What "Branding" Do Students in Your Agricultural Education Experience?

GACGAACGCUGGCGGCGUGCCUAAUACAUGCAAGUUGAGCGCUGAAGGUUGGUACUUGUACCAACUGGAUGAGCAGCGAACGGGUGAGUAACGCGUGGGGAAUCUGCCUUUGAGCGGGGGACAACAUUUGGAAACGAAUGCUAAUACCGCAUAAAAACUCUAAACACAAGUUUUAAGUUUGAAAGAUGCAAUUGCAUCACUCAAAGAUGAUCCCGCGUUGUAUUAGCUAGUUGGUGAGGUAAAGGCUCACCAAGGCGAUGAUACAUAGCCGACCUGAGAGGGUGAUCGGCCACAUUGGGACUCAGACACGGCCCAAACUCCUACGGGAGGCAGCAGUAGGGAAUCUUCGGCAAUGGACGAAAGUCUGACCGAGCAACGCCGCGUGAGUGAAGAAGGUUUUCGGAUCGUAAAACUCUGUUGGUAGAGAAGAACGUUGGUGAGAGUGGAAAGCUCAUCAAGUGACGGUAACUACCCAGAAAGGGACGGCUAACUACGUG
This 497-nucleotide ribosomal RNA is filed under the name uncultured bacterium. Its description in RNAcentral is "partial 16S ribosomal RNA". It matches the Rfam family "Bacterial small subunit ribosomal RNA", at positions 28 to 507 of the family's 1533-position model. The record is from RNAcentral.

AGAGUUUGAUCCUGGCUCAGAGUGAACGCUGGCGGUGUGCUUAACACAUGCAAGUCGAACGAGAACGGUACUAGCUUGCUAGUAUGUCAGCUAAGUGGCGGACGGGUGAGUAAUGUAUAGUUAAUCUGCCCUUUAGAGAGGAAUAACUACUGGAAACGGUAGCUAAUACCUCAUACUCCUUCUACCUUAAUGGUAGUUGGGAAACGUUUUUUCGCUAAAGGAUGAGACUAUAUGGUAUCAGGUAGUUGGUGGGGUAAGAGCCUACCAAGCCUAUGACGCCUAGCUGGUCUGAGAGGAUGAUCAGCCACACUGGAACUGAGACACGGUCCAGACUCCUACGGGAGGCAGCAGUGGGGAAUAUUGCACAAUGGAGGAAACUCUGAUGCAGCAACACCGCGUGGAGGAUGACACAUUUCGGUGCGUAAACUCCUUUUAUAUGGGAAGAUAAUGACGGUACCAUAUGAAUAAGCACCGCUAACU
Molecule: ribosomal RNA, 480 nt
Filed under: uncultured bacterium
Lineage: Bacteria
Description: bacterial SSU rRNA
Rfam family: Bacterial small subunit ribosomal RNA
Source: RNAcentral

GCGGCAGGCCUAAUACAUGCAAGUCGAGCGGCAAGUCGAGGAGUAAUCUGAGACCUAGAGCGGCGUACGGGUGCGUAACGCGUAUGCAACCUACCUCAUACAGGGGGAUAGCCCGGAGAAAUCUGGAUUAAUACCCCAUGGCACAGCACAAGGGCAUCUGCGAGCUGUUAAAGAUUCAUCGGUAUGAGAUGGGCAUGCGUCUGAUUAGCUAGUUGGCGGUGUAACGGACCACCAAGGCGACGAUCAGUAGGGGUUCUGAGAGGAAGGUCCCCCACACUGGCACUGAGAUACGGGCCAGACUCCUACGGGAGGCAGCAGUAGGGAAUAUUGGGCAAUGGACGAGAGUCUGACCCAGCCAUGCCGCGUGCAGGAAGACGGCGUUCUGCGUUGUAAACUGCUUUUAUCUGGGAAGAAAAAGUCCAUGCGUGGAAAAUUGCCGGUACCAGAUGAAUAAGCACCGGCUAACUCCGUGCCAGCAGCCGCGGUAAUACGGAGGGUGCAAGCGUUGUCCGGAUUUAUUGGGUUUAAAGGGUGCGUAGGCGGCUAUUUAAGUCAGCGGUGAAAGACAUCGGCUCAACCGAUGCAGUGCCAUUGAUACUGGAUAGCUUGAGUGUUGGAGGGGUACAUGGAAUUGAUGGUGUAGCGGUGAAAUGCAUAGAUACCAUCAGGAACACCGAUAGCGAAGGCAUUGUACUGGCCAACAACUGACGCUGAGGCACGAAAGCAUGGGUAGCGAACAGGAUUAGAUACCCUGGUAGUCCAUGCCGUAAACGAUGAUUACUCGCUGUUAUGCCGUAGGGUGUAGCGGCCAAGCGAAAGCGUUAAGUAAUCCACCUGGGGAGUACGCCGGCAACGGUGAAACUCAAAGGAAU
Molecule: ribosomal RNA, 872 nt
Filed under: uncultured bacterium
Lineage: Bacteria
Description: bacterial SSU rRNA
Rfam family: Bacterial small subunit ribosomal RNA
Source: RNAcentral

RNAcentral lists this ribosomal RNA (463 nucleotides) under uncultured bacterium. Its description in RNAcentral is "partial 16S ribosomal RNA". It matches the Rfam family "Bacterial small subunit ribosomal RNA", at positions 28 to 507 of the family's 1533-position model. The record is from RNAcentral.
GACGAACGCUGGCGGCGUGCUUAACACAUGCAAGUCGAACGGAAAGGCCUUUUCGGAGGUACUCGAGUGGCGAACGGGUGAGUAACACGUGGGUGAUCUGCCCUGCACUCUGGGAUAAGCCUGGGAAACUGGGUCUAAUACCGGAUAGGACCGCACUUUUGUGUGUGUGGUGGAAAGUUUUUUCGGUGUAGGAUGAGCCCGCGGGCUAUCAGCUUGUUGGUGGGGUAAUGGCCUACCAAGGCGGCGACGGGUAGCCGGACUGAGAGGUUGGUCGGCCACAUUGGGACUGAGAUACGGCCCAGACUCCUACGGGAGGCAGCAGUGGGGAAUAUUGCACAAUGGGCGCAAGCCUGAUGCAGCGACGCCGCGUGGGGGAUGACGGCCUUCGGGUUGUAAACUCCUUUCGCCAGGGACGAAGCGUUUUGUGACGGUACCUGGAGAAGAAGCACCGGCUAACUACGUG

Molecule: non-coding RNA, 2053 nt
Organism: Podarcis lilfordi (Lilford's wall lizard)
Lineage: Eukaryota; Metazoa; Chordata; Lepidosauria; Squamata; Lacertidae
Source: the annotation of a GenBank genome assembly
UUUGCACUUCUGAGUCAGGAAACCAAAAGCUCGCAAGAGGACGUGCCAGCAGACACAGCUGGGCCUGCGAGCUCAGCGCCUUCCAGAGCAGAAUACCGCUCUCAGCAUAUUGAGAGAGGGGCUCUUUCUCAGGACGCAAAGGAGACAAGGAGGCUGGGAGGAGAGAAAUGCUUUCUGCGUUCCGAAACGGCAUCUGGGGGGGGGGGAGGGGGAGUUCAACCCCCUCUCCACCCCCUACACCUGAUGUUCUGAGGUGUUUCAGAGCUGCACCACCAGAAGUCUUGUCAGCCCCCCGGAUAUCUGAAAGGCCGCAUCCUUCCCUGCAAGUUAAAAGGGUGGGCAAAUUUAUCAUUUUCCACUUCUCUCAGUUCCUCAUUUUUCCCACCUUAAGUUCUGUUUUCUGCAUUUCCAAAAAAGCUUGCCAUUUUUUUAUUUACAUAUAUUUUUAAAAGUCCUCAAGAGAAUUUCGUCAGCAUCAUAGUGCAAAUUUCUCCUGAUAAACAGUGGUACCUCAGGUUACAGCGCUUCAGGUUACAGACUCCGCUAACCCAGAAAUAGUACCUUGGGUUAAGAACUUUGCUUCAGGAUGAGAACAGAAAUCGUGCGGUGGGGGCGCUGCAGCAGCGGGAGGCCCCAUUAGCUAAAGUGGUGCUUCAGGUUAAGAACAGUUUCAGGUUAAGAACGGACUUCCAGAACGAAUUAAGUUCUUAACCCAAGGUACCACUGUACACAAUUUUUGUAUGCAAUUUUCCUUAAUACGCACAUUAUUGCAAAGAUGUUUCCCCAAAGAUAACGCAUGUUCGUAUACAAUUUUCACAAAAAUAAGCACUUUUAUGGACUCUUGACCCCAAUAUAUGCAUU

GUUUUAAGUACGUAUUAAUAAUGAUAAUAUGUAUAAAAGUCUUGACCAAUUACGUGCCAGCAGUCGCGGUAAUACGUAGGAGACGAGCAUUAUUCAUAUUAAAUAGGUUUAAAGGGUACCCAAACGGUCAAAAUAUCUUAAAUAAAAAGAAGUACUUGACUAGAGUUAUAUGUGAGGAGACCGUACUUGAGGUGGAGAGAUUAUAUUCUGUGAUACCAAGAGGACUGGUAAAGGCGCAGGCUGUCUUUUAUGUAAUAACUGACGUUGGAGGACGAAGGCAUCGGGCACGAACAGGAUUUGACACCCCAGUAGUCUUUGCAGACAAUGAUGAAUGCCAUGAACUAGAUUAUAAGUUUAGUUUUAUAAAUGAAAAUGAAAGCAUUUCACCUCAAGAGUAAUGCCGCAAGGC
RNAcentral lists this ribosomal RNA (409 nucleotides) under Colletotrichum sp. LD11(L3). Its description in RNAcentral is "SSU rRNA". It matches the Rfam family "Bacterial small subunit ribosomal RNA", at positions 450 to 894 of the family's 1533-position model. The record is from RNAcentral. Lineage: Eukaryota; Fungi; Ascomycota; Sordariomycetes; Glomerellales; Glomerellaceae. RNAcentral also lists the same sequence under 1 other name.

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What "Branding" Do Stu- dents in Your Agricultur- al Education Experience? Are your students immersed in learning experiences that develop skills which can be turned into marketable conversations with employers? Have you ever asked yourself that question? Think about how your students would respond if a business person were to walk in on one of your lessons and ask the following question: "What are you learning today and where is it applied outside of this classroom?" Could your students come up with an answer other than "It's going to be on the test?" As a former agricultural science ed- ucator, I have to admit there were a number of times I was certainly glad no business person, administrator or anyone else randomly walked into my classroom and asked stu- dents that question. The fact is, sometimes I was more focused on activities that would keep students busy for the entire period, rather than evaluating whether those ac- tivities had meaningful application. In my later years of teaching, I start- ed asking myself a simple question as it related to the content I was teaching, "Would I find a practi- cal application of this concept or idea in the real world today?" If the answer was no, I quit teaching it. It has always been the intent of agricultural education to develop practical skills applicable in the real world. This requires that ag- ricultural science educators con- stantly evaluate content as it ap- plies to a rapidly changing industry. Another critically important evalu- ation is checking to see if students really understand what they are learning, and I'm not just refer- ring to a test on technical skills. Allow me to explain. Agricultural education is filled with opportuni- ties for students to develop technical skills, but more importantly, trans- ferrable skills. Here's an example. Let's say you teach welding and the local chamber of commerce has ap- proached you about building four metal signs to display the logos of the various service organizations in town, such as Rotary, Lions, etc. The signs are to be located along each highway coming into town. You decide to take this on as a class project where students can apply the technical skill of weld- ing. You form teams of students to plan and construct the signs. At the completion of the project, stu- dents will have had the opportunity to apply welding skills in building the signs. If orchestrated correctly, students will also experience de- velopment of transferrable skills in problem solving, communication, team work, responsibility - just to name a few. All of these are highly sought after by employees. How- ever, which skills will most likely be assessed by the average agri- cultural science educator? My guess would be the welding skills. Now you might be saying, "So what's your point? We already know that students develop trans- ferrable skills in our programs." Maybe so. But the real ques- tion is: Do the students know it? My experience as a former agri- cultural science educator suggests they don't. If you doubt this, try lis- tening to the answer students give when someone asks why they are enrolled in Agricultural education and the FFA. It sounds something like this: "It's a lot of fun." If they are asked what they learn, the reply is often, "We learn about agriculture and leadership stuff. …